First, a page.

Manager Adam Murray believes his side are only playing to 70 percent of their potential ahead of Saturday's game against Bristol Rovers at One Call Stadium.
The Stags face long trips to Yeovil and Portsmouth after the visit of Rovers and while he acknowledges Mansfield's fine start the campaign, he's also keen to ensure the squad don't undo all of their good work against The Pirates.
He said: "We know that they (Bristol Rovers) will bring a different challenge to us but we've got good players who can adjust to anything they need to.
"We've had a super start and we've probably blown everybody's expectations already for what they expected us to do in the first quarter of the season. That's not enough for us because we still know there's more in us; we're probably functioning at 70 percent and the other 30 percent will be what keeps us in the top group.
"Winners strive to be greedy and achieve as many points as they can, and that’s this group's target."
Murray has high praise for coaching duo Micky Moore and Richard Cooper, who have helped the Stags’ boss make amendments to the training regime of the players.
"We have a different day off to a lot of clubs, we train at different times. We're training them to prepare them for the time they're expected to be at their best."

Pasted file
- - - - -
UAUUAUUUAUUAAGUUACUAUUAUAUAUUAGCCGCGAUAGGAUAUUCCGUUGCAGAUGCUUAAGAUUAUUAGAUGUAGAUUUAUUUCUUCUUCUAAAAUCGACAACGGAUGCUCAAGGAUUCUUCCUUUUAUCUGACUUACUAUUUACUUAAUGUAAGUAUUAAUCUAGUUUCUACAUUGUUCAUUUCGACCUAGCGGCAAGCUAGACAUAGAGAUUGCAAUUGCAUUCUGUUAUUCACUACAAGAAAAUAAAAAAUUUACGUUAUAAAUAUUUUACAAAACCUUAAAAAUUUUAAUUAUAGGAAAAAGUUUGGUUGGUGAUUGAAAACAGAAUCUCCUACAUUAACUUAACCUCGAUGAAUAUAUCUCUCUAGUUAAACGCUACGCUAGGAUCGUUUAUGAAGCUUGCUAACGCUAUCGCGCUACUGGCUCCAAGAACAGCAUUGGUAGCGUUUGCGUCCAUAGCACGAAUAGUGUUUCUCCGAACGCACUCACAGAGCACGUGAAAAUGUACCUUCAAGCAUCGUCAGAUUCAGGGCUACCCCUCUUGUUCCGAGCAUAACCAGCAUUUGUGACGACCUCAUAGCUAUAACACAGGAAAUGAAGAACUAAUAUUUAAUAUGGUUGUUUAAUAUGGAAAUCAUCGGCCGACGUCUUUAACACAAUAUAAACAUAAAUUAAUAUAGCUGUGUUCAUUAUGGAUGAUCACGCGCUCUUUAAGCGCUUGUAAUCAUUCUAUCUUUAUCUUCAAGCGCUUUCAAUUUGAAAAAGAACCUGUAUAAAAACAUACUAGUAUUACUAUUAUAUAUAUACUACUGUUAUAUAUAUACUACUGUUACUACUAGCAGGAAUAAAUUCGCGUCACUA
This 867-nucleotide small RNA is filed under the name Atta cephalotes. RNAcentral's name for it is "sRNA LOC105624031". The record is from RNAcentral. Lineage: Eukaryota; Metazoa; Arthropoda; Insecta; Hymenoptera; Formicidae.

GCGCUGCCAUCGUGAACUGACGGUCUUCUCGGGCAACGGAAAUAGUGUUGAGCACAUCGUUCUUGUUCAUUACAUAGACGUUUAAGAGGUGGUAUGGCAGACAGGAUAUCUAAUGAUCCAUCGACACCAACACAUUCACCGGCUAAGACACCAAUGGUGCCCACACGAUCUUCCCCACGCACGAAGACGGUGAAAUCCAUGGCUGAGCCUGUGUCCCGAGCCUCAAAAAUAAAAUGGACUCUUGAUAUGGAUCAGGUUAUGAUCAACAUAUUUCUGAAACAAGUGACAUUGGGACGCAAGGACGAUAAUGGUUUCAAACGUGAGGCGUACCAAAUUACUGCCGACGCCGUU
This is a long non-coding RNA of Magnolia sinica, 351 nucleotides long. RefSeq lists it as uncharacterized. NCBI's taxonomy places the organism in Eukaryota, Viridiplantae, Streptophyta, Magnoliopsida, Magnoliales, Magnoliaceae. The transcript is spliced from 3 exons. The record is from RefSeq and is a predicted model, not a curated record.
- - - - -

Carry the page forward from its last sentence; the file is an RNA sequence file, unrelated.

Speaking about his staff, he added: "I know at the time I got the job [as manager] people were saying that they didn't know if they (Moore and Cooper) have the experience. They're two of the most enthusiastic, qualified, modern and inspirational people that I could have by my side.
"Micky knows the game, he's got more contacts than anyone I know and he's a thinker. Coops is a young coach, he's got great ideas, he brings a freshness and he's a motivator as well. We've got a difference in character and ideas and it works."
Murray's counterpart in the opposition dug-out at the weekend will be ex-Stag Darrell Clarke, who is another example of a young British coach trying to enhance his reputation in The Football League – something which the former is heartened to see.
"There's more British coaches and managers getting a chance in the game. I think the energy around young coaches rubs off on your group which is what I've found. I've wanted to learn from the bad times and good times.
"I haven't got the knowledge of a 50 or 60-year-old manager, but at the minute I don't want that. Ultimately I want to be my own man and a lot of young coaches I speak to are the same.
"The modern game is moving forward rapidly; formations are a lot more fluid and teams go from formation to formation in the space of 20 minutes, sometimes without knowing they're doing it. That's the game now and it's exciting for English football - the more of our own we can push through, the better."
To see Adam Murray news conference, in full, visit Stags Player.